By Priya Ranganathan

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Civets are peculiar little creatures belonging to the Viverrid family that share a strong family resemblance to the mongoose. They are small carnivores, and 11 species exist in India today, although nine are well-accounted for. Indeed, India is rich in small carnivores, which include the red panda, six species of mongooses, two species of linsangs, 17 species of mustelids (weasels, otters, martens), and 11 species of civets. They occur all across India, though the highest species diversity is found in the Himalayas, Northeast India, and the Western Ghats.

Civets are nocturnal and the size of a good-sized tabby cat. I first made acquaintance with these nosy little omnivores in field in the Western Ghats, where a pair of civets decided to engage in a rowdy fight outside our field station. I crept outside and startled the pair apart with a bright flashlight, observing the civets in fascination. It was my first sighting, and I had no idea what I was looking at. A later exploration of Vivek Menon’s Mammals of India book introduced me to the civet family.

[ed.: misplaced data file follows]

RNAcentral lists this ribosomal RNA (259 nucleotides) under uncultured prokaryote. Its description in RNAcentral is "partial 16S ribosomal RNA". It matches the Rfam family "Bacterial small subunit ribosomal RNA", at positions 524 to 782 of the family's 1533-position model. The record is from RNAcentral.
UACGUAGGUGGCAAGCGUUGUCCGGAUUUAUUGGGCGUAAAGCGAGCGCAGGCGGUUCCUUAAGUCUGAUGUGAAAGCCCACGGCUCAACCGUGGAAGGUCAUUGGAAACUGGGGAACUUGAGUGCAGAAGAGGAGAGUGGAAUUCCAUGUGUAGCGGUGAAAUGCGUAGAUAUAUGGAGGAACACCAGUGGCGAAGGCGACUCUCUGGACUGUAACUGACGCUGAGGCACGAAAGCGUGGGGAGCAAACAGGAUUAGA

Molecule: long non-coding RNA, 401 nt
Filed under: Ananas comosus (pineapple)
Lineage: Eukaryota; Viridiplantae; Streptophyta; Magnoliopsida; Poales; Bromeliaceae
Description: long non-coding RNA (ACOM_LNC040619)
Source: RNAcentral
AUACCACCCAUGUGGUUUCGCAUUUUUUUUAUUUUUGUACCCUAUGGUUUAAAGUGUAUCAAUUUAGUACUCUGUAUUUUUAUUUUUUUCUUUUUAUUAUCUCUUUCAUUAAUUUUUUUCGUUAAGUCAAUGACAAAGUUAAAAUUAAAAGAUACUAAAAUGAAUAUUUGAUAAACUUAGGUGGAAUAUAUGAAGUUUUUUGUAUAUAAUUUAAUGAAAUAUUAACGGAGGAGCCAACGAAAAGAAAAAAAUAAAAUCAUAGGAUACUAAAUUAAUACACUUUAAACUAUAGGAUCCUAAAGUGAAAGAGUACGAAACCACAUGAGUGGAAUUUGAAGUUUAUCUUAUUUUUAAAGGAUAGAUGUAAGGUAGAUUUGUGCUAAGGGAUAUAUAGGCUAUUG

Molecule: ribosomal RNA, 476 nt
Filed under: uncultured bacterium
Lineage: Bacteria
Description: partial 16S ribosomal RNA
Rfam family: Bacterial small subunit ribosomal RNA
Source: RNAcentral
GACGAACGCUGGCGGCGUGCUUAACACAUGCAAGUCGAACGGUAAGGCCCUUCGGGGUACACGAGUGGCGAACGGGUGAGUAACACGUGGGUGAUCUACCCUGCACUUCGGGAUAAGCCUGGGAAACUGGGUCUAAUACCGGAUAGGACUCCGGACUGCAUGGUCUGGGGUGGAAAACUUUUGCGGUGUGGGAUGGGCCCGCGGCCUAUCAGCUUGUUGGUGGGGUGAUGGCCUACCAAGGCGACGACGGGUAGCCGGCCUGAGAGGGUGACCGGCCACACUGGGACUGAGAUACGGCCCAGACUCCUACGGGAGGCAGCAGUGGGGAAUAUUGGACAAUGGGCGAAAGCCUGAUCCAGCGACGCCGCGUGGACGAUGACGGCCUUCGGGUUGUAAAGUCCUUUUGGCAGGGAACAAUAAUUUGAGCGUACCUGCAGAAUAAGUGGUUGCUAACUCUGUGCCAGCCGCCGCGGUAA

Four species of civets are found in the Western Ghats – the brown palm civet, the common palm civet, the small Indian civet, and the rare (possibly extinct) Malabar civet. They are incredibly difficult to spot, as they prefer to stay in trees and only descend to the ground under the cover of darkness. The occasional civet will stroll across a forest road in bright daylight, but these individuals are far and few between. Camera trapping is a useful way of capturing these creatures going about their daily (rather, nightly) business. These cameras are an ecologist’s best friend in the field; the motion-sensor triggers the camera to click when it picks up movement within range. More often than not, the camera clicks a wild animal. Sometimes, however, it picks up a curious person and the occasional cow or goat.

I have spotted civets in fig trees in Kerala, given their high preference for fruits and flowers. Jackfruit is another delicacy that they enjoy, although they rarely say no to a mouthful of insects or small mammals. Some of India’s rarest and most fascinating animals are only active after dark, and the civet is a wonderful example of some of the amazing creatures that exist in our country, clinging on to life in India’s vanishing rainforests.

About the Author:

Priya Ranganathan is a wetland ecologist who works in the wild Western Ghats. When she isn’t out wading through swamp forests, she can be found scribbling away in her notebook or practicing Bharatanatyam.

About the Artist:

Asmita Sapre Ranganathan is a pathologist, poet, writer, Sanskrit teacher, and artist from Mumbai.